Harrison was trying to win the Longitude Prize, created by the British Parliament in 1714 in order to stimulate a solution to one of the British Navy's (and every other contemporary navy's) most enduring problems: the lack of a way to compute a ship's longitude accurately when it is out of sight of land. In order to win the prize, Harrison invented a timepiece that could keep time accurately on a ship in storm-tossed seas, and through extremes of barometric pressure, temperature, and humidity.

    When one knows the longitude of the home port and the mean solar time difference between the home port and the location at sea, one can immediately calculate the local longitude. This is because Earth rotates 15 degrees of longitude per mean solar hour. One simply multiplies the time difference, in hours, by the conversion factor of 15 degrees per hour to arrive at the longitude difference. (If the "home port" were Greenwich, England, and one's marine chronometer kept Greenwich mean time, the longitude difference at each point of a voyage to the West Indies would be precisely the west longitude, since the longitude at Greenwich is zero degrees.)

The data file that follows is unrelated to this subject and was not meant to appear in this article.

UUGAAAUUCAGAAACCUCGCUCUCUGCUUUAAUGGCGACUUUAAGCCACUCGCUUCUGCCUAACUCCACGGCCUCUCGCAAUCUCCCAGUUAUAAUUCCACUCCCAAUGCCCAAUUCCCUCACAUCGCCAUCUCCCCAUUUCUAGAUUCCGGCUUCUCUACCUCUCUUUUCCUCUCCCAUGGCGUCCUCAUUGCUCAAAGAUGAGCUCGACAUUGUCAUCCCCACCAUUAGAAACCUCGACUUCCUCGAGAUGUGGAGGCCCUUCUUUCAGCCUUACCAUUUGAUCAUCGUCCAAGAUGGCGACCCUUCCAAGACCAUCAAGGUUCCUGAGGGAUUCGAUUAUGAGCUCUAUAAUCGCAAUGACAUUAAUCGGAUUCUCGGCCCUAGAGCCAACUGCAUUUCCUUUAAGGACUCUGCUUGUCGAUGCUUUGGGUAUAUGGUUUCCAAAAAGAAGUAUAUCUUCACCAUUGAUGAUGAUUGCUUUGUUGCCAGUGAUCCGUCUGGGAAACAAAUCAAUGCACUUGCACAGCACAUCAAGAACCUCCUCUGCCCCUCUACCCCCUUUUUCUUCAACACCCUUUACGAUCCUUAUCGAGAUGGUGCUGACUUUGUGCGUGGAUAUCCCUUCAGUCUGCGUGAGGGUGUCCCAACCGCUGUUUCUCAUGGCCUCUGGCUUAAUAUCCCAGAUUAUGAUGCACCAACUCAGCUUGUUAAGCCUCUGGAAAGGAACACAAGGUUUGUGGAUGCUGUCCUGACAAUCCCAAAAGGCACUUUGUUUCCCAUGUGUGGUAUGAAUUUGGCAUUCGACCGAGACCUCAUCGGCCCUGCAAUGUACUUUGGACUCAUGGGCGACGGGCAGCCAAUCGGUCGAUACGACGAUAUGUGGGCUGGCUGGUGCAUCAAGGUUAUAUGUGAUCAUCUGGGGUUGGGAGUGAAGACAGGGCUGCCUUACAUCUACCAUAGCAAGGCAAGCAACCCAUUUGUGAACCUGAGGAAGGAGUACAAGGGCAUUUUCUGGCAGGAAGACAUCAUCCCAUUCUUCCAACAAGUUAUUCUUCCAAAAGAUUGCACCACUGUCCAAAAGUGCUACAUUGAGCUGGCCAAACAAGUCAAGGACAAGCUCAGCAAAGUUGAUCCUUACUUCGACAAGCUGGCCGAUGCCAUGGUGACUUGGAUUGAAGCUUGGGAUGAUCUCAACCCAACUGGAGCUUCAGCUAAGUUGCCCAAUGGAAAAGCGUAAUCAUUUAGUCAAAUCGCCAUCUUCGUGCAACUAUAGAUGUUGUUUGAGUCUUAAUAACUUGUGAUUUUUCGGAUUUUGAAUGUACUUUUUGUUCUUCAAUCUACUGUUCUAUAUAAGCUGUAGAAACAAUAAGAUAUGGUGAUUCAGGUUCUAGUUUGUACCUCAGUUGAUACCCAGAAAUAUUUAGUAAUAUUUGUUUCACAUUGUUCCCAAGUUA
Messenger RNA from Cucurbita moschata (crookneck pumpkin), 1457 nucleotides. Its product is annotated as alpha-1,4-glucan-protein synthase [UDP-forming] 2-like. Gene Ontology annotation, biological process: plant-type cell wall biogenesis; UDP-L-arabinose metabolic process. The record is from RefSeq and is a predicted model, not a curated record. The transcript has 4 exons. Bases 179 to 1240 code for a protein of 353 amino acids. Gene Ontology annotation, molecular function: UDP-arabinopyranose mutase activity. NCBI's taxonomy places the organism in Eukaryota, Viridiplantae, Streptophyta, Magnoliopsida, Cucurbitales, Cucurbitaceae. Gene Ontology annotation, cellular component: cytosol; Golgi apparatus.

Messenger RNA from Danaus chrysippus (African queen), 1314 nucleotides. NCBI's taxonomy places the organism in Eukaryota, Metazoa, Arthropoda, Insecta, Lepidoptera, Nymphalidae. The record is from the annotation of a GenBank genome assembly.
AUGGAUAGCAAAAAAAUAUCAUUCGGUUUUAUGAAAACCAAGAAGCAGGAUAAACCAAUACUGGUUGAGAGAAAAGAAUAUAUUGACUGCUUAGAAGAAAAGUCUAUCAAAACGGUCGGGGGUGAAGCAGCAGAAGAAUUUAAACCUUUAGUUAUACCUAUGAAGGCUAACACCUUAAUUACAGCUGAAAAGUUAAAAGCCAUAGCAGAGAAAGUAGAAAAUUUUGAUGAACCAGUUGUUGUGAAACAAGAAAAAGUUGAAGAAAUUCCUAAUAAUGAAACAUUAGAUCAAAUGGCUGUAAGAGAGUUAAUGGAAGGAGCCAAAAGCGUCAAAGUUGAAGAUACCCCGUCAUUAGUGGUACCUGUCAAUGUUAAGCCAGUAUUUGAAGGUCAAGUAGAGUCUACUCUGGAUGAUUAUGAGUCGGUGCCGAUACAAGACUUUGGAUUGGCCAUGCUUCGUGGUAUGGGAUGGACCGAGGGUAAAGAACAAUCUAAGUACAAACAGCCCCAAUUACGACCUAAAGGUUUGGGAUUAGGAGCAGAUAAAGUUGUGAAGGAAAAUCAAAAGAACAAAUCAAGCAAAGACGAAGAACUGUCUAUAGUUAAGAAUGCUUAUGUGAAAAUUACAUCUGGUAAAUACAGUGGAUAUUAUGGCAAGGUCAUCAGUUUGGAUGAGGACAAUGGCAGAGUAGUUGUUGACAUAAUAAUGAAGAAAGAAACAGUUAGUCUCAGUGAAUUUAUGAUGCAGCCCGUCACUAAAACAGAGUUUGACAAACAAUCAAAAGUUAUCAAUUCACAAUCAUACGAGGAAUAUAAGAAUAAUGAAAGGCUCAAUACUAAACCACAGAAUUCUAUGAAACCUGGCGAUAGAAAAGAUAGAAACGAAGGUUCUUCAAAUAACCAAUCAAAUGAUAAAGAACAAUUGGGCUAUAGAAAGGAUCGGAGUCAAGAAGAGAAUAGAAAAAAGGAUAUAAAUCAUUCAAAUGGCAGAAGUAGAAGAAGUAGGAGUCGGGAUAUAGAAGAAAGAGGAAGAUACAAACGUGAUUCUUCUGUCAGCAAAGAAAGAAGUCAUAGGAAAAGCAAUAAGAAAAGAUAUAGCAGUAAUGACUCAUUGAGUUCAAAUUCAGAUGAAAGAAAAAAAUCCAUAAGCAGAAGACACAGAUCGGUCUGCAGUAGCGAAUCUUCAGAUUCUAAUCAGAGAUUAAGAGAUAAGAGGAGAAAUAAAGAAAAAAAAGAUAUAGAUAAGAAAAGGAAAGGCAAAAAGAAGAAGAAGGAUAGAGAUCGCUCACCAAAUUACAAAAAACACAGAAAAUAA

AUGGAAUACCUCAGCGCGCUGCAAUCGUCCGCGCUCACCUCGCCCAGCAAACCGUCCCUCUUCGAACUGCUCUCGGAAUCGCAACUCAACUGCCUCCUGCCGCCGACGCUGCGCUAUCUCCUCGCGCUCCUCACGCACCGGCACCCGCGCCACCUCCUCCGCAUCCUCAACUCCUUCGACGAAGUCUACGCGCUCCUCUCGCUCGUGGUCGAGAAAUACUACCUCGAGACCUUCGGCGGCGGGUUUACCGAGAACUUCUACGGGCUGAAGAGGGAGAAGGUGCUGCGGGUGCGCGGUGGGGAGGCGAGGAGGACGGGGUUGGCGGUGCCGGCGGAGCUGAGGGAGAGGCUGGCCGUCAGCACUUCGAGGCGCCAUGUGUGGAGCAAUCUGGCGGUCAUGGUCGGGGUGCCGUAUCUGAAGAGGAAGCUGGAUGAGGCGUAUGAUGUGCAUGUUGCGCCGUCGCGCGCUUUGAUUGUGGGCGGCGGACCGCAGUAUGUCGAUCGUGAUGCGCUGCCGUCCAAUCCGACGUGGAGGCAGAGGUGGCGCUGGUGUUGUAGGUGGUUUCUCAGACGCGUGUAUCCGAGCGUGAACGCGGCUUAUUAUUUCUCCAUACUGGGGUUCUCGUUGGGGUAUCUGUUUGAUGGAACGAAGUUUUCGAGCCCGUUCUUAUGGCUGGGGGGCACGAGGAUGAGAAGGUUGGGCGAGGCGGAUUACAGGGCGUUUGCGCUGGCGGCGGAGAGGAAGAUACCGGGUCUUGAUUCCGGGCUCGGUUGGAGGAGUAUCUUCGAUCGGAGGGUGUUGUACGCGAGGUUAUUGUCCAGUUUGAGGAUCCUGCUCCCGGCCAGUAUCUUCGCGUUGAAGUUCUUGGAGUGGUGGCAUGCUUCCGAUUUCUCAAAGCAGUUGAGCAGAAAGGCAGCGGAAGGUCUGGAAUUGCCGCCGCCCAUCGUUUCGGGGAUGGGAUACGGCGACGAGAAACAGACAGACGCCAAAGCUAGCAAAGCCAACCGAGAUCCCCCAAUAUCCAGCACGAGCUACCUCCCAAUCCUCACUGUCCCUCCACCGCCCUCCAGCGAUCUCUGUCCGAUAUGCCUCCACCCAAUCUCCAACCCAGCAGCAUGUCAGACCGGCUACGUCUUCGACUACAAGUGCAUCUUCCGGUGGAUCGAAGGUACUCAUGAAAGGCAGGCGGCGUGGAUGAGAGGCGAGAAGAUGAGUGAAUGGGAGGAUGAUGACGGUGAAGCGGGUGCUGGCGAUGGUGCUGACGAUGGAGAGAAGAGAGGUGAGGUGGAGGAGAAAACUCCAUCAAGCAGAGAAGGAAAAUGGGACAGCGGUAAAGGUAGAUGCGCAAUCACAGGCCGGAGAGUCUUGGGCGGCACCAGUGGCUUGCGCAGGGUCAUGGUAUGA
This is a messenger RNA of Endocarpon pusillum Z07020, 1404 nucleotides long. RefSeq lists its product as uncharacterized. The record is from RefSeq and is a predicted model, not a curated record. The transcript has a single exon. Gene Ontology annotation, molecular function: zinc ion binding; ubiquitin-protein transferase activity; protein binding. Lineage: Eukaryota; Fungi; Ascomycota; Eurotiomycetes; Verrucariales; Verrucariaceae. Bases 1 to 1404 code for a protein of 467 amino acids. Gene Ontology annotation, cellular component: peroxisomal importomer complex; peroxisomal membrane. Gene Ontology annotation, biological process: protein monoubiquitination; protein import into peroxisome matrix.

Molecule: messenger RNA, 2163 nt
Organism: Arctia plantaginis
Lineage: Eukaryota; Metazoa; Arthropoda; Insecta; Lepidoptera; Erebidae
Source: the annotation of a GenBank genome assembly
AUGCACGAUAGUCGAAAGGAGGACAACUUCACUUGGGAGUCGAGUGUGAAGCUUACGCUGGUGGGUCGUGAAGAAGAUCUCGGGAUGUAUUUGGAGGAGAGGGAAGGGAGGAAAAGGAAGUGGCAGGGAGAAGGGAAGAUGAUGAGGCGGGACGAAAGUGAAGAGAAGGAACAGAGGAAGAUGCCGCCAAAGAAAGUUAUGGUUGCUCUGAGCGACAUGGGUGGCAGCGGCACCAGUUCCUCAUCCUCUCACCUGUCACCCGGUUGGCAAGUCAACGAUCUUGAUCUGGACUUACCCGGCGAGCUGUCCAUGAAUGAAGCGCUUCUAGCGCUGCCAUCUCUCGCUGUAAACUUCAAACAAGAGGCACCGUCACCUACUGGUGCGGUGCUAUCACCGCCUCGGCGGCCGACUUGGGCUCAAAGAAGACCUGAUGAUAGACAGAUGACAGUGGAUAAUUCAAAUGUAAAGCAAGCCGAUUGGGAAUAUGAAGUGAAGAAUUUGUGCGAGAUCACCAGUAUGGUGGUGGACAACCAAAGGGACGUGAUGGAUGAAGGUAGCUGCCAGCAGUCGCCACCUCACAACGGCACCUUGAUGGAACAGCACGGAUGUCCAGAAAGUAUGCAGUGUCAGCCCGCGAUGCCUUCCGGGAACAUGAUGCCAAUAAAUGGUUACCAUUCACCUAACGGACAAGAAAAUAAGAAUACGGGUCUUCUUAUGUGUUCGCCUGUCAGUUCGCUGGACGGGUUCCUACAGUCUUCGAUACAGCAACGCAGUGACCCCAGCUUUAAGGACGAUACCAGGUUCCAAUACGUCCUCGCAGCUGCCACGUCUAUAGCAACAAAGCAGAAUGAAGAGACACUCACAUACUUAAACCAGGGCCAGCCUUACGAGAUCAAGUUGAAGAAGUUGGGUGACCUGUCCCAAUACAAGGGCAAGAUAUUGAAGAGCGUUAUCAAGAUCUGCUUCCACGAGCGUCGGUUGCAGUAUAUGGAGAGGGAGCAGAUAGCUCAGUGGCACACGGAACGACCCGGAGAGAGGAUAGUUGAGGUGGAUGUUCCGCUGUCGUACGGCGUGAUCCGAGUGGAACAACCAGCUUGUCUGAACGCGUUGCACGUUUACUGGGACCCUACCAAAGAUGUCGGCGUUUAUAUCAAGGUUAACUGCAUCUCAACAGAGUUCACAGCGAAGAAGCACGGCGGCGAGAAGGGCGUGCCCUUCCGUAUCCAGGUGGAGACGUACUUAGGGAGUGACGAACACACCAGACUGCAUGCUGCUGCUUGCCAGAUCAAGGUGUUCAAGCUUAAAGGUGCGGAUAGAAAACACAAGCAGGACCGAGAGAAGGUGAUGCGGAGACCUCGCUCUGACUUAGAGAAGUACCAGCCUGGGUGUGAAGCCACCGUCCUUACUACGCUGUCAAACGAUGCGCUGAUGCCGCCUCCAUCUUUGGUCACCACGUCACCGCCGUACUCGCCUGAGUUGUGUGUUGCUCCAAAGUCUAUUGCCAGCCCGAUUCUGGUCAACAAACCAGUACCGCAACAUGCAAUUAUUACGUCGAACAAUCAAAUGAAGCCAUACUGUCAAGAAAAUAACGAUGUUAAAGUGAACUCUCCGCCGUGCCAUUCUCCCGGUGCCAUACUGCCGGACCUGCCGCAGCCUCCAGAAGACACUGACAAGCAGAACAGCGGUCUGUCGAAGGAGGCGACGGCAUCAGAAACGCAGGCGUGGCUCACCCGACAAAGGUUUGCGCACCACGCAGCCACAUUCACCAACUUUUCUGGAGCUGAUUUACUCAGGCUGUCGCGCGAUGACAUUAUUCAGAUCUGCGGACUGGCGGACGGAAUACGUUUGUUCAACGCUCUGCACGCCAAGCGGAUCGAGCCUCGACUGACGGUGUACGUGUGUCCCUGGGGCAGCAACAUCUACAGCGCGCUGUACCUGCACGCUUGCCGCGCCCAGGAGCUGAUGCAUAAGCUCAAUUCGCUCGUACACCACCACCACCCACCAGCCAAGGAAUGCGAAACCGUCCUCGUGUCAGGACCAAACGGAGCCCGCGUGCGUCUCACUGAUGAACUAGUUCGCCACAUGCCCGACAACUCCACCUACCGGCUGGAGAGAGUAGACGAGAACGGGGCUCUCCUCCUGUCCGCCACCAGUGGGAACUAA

Thus Harrison was fully entitled to the prize no later than March 1762, following successful demonstration of his timekeeper's requisite accuracy during a sea trial consisting of a voyage from England to Jamaica and back. (John Harrison's son, William, had accompanied the Harrisons' fourth marine chronometer, H-4, on the voyage. H-4 lost only five seconds of time after 81 days at sea.)

    Yet Nevil Maskelyne, as a member of the Board of Longitude (the Board of Longitude constituted Parliament's duly appointed, independent panel of judges for the Longitude Prize), managed to keep the Harrisons from being awarded the Longitude Prize for another eight years, while he continued to work on his own astronomical solution to the longitude problem. We should note that Maskelyne's astronomical solution was the forerunner of the modern celestial approach: sight reduction tables, used together with the annual Nautical Almanac to reduce sextant sightings. (Today's Nautical Almanac, as issued jointly and annually by Great Britain and the United States, descends directly from Maskelyne's Nautical Almanac and Astronomical Ephemeris of 1767. So, while Dava Sobel's book turns most of us into partisans for Harrison and against Maskelyne, we should acknowledge that we are beneficiaries of both mens' genius.)